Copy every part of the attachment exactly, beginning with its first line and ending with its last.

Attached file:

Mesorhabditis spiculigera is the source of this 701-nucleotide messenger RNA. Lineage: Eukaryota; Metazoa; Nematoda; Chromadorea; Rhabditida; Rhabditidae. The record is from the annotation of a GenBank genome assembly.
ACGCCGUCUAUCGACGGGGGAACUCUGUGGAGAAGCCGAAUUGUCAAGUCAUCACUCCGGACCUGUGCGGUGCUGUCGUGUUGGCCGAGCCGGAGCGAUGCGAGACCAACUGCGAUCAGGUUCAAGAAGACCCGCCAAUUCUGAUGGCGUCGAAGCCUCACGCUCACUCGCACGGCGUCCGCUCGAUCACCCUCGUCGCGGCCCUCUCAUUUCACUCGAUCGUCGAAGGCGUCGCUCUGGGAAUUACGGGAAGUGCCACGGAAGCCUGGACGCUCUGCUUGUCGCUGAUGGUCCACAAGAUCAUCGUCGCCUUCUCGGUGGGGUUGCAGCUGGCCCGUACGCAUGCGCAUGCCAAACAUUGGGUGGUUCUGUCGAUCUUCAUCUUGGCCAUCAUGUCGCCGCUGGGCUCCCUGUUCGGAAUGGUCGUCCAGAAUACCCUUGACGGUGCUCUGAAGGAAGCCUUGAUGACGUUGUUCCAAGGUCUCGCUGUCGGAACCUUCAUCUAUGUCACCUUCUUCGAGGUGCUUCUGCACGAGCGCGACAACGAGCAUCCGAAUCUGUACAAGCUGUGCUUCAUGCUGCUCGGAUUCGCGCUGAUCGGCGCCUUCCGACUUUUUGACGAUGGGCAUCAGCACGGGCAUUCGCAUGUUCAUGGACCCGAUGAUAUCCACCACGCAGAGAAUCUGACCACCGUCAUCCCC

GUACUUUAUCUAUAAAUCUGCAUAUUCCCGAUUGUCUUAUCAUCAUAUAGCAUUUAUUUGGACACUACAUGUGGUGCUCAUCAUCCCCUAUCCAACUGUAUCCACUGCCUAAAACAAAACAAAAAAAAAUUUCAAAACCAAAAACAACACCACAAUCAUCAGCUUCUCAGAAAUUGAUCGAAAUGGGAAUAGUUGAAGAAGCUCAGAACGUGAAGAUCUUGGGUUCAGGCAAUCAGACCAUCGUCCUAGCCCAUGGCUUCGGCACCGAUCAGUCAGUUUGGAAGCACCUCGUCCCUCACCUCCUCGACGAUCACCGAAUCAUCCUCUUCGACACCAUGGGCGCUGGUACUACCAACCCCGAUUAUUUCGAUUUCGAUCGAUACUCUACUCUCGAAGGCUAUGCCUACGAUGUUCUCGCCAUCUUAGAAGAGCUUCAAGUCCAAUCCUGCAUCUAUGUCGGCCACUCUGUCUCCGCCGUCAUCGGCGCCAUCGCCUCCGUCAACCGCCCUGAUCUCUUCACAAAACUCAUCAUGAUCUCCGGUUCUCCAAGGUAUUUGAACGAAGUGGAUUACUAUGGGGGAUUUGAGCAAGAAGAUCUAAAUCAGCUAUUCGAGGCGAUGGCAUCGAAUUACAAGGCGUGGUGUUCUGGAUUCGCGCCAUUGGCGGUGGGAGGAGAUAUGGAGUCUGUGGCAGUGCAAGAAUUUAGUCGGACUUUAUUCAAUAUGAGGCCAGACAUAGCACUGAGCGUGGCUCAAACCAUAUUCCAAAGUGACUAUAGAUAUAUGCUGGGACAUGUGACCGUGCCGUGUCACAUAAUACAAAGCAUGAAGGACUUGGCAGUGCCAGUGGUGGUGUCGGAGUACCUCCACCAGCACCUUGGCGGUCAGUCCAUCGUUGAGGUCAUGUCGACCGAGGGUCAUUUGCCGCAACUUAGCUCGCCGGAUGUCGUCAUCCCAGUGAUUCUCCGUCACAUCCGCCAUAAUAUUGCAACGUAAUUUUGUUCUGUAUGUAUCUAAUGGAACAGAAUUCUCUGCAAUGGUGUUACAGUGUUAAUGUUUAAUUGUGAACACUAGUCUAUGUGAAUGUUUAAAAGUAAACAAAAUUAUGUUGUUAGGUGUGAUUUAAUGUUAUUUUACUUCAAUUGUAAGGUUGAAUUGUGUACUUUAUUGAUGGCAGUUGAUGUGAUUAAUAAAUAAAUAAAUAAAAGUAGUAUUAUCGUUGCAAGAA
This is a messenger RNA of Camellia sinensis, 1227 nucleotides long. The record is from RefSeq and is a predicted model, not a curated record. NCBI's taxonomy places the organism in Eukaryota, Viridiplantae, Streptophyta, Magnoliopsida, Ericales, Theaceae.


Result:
Mesorhabditis spiculigera is the source of this 701-nucleotide messenger RNA. Lineage: Eukaryota; Metazoa; Nematoda; Chromadorea; Rhabditida; Rhabditidae. The record is from the annotation of a GenBank genome assembly.
ACGCCGUCUAUCGACGGGGGAACUCUGUGGAGAAGCCGAAUUGUCAAGUCAUCACUCCGGACCUGUGCGGUGCUGUCGUGUUGGCCGAGCCGGAGCGAUGCGAGACCAACUGCGAUCAGGUUCAAGAAGACCCGCCAAUUCUGAUGGCGUCGAAGCCUCACGCUCACUCGCACGGCGUCCGCUCGAUCACCCUCGUCGCGGCCCUCUCAUUUCACUCGAUCGUCGAAGGCGUCGCUCUGGGAAUUACGGGAAGUGCCACGGAAGCCUGGACGCUCUGCUUGUCGCUGAUGGUCCACAAGAUCAUCGUCGCCUUCUCGGUGGGGUUGCAGCUGGCCCGUACGCAUGCGCAUGCCAAACAUUGGGUGGUUCUGUCGAUCUUCAUCUUGGCCAUCAUGUCGCCGCUGGGCUCCCUGUUCGGAAUGGUCGUCCAGAAUACCCUUGACGGUGCUCUGAAGGAAGCCUUGAUGACGUUGUUCCAAGGUCUCGCUGUCGGAACCUUCAUCUAUGUCACCUUCUUCGAGGUGCUUCUGCACGAGCGCGACAACGAGCAUCCGAAUCUGUACAAGCUGUGCUUCAUGCUGCUCGGAUUCGCGCUGAUCGGCGCCUUCCGACUUUUUGACGAUGGGCAUCAGCACGGGCAUUCGCAUGUUCAUGGACCCGAUGAUAUCCACCACGCAGAGAAUCUGACCACCGUCAUCCCC

GUACUUUAUCUAUAAAUCUGCAUAUUCCCGAUUGUCUUAUCAUCAUAUAGCAUUUAUUUGGACACUACAUGUGGUGCUCAUCAUCCCCUAUCCAACUGUAUCCACUGCCUAAAACAAAACAAAAAAAAAUUUCAAAACCAAAAACAACACCACAAUCAUCAGCUUCUCAGAAAUUGAUCGAAAUGGGAAUAGUUGAAGAAGCUCAGAACGUGAAGAUCUUGGGUUCAGGCAAUCAGACCAUCGUCCUAGCCCAUGGCUUCGGCACCGAUCAGUCAGUUUGGAAGCACCUCGUCCCUCACCUCCUCGACGAUCACCGAAUCAUCCUCUUCGACACCAUGGGCGCUGGUACUACCAACCCCGAUUAUUUCGAUUUCGAUCGAUACUCUACUCUCGAAGGCUAUGCCUACGAUGUUCUCGCCAUCUUAGAAGAGCUUCAAGUCCAAUCCUGCAUCUAUGUCGGCCACUCUGUCUCCGCCGUCAUCGGCGCCAUCGCCUCCGUCAACCGCCCUGAUCUCUUCACAAAACUCAUCAUGAUCUCCGGUUCUCCAAGGUAUUUGAACGAAGUGGAUUACUAUGGGGGAUUUGAGCAAGAAGAUCUAAAUCAGCUAUUCGAGGCGAUGGCAUCGAAUUACAAGGCGUGGUGUUCUGGAUUCGCGCCAUUGGCGGUGGGAGGAGAUAUGGAGUCUGUGGCAGUGCAAGAAUUUAGUCGGACUUUAUUCAAUAUGAGGCCAGACAUAGCACUGAGCGUGGCUCAAACCAUAUUCCAAAGUGACUAUAGAUAUAUGCUGGGACAUGUGACCGUGCCGUGUCACAUAAUACAAAGCAUGAAGGACUUGGCAGUGCCAGUGGUGGUGUCGGAGUACCUCCACCAGCACCUUGGCGGUCAGUCCAUCGUUGAGGUCAUGUCGACCGAGGGUCAUUUGCCGCAACUUAGCUCGCCGGAUGUCGUCAUCCCAGUGAUUCUCCGUCACAUCCGCCAUAAUAUUGCAACGUAAUUUUGUUCUGUAUGUAUCUAAUGGAACAGAAUUCUCUGCAAUGGUGUUACAGUGUUAAUGUUUAAUUGUGAACACUAGUCUAUGUGAAUGUUUAAAAGUAAACAAAAUUAUGUUGUUAGGUGUGAUUUAAUGUUAUUUUACUUCAAUUGUAAGGUUGAAUUGUGUACUUUAUUGAUGGCAGUUGAUGUGAUUAAUAAAUAAAUAAAUAAAAGUAGUAUUAUCGUUGCAAGAA
This is a messenger RNA of Camellia sinensis, 1227 nucleotides long. The record is from RefSeq and is a predicted model, not a curated record. NCBI's taxonomy places the organism in Eukaryota, Viridiplantae, Streptophyta, Magnoliopsida, Ericales, Theaceae.